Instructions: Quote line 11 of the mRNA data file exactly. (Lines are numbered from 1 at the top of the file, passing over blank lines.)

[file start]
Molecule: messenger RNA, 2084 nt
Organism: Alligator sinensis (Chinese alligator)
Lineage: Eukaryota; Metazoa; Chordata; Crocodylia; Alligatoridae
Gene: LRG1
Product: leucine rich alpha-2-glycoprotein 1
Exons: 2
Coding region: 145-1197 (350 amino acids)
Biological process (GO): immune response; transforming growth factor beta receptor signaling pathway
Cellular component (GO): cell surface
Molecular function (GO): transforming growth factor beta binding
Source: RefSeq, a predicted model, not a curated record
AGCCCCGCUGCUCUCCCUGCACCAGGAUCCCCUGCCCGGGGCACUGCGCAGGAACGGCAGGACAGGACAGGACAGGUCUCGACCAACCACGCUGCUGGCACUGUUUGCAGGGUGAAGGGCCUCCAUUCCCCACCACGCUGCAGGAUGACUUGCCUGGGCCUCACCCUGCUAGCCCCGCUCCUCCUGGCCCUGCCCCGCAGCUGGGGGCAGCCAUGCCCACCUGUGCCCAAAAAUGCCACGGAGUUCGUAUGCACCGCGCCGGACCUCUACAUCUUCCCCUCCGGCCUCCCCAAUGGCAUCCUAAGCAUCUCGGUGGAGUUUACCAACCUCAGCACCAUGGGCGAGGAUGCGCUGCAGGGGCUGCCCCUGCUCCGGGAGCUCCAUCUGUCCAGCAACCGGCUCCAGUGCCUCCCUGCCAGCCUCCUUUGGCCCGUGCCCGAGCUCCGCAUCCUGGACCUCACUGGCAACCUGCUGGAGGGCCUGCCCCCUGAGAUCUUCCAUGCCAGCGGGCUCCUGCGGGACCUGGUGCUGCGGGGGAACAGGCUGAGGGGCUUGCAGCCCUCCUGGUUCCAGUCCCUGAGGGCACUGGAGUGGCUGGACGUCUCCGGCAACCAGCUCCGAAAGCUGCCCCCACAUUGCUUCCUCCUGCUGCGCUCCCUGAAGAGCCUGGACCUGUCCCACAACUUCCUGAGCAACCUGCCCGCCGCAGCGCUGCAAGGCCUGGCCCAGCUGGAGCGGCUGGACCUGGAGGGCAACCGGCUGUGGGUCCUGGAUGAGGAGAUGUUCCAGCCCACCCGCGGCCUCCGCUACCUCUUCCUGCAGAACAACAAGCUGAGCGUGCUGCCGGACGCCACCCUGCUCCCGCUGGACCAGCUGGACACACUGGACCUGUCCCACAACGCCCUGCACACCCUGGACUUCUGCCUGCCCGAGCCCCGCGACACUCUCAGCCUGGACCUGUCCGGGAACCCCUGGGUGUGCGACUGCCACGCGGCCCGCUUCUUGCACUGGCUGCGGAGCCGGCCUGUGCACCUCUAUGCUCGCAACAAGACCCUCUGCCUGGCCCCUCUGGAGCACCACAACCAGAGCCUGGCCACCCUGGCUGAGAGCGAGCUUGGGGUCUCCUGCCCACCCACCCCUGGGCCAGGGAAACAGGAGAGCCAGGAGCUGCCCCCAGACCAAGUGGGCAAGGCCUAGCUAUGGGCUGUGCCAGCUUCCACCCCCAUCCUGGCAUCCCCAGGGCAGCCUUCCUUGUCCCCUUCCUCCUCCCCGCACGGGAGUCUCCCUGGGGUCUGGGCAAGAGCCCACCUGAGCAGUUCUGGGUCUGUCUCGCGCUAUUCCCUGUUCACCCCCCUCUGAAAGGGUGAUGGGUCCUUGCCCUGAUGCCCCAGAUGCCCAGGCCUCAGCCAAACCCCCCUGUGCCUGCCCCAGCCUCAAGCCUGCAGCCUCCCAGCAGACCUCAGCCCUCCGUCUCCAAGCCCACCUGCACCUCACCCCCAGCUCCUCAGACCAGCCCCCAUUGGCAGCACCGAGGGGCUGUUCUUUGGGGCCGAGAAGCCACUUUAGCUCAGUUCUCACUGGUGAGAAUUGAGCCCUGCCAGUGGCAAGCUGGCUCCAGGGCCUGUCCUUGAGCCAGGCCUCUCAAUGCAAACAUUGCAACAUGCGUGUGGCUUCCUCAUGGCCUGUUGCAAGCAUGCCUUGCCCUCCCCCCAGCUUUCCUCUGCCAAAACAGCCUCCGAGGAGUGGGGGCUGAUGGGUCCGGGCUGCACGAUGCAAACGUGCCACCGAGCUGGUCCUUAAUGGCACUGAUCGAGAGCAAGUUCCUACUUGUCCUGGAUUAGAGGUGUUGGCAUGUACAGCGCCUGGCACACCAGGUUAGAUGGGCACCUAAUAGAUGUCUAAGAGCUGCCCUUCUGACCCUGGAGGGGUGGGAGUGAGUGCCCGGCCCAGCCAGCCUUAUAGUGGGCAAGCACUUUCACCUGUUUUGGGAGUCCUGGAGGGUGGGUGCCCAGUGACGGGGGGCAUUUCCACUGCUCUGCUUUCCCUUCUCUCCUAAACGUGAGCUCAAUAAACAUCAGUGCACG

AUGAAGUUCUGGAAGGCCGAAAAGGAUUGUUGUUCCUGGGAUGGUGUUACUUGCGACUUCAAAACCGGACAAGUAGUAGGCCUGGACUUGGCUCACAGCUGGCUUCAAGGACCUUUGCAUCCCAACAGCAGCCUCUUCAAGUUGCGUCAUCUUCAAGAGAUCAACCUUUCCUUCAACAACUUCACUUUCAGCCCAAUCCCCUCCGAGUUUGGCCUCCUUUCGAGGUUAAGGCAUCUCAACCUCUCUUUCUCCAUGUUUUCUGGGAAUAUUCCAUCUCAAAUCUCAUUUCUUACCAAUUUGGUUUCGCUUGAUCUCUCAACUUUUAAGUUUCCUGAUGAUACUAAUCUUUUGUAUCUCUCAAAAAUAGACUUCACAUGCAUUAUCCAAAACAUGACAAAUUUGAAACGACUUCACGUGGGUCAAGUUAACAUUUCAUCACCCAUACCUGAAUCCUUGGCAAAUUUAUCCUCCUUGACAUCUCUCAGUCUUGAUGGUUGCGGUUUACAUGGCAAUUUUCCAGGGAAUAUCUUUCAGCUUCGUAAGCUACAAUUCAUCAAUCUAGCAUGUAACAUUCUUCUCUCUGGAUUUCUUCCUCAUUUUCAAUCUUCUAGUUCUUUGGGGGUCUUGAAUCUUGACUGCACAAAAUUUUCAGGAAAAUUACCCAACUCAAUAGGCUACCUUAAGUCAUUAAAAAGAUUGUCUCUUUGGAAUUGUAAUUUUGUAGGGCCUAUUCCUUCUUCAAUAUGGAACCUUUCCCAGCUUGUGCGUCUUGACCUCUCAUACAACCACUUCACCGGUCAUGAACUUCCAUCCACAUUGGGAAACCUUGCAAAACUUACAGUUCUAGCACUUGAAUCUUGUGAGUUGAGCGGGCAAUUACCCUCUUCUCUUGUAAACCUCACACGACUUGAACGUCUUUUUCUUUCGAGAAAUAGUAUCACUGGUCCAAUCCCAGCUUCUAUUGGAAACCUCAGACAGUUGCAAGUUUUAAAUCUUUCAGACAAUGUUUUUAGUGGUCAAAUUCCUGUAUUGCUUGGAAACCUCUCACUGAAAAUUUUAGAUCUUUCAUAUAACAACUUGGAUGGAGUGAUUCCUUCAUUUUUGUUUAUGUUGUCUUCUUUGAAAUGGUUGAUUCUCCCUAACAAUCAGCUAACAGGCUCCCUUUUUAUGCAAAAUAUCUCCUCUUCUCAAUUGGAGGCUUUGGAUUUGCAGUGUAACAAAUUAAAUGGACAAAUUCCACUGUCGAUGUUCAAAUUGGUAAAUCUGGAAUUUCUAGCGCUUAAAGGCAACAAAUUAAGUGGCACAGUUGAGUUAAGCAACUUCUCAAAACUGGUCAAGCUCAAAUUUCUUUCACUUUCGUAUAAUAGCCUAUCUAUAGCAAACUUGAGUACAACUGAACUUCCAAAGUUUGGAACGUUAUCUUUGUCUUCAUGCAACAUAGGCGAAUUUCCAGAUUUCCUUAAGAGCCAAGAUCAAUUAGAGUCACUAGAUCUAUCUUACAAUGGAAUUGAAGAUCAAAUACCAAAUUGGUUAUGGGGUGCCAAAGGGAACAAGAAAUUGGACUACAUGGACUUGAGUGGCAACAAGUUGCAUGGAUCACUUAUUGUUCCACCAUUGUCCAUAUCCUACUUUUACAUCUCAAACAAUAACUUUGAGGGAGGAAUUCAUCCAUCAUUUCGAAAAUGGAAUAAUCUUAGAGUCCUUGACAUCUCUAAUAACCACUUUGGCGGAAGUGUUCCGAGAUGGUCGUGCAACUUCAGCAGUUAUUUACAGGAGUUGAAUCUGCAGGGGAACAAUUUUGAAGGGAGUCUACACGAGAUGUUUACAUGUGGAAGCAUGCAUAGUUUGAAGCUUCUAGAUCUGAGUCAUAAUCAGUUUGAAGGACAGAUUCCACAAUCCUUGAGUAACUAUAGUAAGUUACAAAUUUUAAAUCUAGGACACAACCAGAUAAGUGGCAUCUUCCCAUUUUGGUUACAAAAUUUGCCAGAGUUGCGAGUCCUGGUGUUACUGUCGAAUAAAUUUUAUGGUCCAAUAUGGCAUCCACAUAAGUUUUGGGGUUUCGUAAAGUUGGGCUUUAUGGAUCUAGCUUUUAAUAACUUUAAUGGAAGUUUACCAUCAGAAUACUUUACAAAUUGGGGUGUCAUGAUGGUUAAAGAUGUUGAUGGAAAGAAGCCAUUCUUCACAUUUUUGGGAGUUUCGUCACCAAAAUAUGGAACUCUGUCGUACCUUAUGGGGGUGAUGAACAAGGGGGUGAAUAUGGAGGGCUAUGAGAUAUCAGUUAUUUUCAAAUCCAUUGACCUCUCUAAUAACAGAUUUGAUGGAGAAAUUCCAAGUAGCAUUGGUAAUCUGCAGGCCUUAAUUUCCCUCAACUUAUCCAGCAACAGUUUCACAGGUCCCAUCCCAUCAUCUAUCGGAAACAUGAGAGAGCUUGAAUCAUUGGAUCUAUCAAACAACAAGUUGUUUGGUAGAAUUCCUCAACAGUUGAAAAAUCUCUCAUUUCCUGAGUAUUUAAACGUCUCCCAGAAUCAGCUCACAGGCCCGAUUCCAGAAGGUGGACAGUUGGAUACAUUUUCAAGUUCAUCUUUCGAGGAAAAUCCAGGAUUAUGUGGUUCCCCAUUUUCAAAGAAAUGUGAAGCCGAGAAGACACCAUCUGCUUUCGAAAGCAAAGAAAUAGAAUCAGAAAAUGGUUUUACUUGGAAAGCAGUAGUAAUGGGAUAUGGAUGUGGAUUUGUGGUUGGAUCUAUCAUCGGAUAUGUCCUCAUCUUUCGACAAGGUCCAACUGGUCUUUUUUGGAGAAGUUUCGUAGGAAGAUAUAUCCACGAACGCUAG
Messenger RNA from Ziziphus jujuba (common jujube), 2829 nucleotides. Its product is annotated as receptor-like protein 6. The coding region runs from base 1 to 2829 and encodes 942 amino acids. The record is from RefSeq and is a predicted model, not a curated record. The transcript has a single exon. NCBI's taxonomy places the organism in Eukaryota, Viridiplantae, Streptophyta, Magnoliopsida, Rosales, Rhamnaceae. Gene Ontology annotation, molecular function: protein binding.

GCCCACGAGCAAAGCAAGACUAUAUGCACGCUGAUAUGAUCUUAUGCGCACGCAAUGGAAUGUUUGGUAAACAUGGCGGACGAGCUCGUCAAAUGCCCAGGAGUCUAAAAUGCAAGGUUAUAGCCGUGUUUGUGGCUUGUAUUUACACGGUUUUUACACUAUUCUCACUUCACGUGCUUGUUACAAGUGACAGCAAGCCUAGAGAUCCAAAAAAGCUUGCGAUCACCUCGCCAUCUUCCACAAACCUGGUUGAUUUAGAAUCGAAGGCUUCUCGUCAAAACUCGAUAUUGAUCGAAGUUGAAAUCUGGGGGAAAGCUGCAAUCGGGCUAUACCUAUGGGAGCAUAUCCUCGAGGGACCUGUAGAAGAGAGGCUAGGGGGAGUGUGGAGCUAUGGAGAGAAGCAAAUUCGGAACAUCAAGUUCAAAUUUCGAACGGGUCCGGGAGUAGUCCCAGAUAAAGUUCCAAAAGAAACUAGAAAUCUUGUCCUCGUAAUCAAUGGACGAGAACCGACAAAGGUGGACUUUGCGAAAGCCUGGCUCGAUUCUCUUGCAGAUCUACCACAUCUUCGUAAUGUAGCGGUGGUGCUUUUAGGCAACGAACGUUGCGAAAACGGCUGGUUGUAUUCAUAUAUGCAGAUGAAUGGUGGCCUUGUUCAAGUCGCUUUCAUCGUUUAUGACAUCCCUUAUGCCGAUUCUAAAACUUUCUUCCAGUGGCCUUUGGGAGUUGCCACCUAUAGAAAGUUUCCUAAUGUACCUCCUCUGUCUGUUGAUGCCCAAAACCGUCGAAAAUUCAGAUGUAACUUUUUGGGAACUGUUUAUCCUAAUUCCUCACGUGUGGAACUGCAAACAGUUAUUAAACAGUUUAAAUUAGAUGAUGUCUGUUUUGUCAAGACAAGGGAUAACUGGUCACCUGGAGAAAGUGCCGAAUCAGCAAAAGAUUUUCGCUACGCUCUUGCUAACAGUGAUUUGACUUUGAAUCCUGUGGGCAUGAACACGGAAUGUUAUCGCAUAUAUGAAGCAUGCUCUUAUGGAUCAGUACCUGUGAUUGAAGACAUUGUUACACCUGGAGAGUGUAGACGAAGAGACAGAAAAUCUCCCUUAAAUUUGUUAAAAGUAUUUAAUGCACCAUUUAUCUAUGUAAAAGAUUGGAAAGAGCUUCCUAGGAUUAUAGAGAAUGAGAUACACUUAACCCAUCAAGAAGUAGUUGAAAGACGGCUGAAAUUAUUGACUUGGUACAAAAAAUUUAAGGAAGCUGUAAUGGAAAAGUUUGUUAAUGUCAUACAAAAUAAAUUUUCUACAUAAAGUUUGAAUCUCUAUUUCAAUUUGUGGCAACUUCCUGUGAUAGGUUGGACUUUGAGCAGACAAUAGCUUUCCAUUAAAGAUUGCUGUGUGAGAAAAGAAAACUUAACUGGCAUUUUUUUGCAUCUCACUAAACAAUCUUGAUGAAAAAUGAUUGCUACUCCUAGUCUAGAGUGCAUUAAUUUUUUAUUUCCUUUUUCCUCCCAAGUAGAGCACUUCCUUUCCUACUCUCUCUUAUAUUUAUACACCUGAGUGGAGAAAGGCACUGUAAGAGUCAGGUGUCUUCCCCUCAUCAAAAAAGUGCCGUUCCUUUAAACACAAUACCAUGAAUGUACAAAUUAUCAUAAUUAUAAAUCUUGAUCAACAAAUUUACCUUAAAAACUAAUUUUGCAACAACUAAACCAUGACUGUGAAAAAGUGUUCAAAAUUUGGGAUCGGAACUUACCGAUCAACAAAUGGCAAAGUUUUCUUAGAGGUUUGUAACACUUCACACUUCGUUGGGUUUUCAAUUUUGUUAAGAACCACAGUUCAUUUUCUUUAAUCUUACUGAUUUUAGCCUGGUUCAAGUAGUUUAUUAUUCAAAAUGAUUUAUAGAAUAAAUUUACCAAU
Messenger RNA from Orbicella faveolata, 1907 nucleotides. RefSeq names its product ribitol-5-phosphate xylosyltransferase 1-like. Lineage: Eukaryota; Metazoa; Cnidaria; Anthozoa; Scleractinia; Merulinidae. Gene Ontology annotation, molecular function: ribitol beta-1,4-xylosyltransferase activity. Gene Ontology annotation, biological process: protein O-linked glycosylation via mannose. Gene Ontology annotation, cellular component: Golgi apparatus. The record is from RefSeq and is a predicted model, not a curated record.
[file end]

Source: RefSeq, a predicted model, not a curated record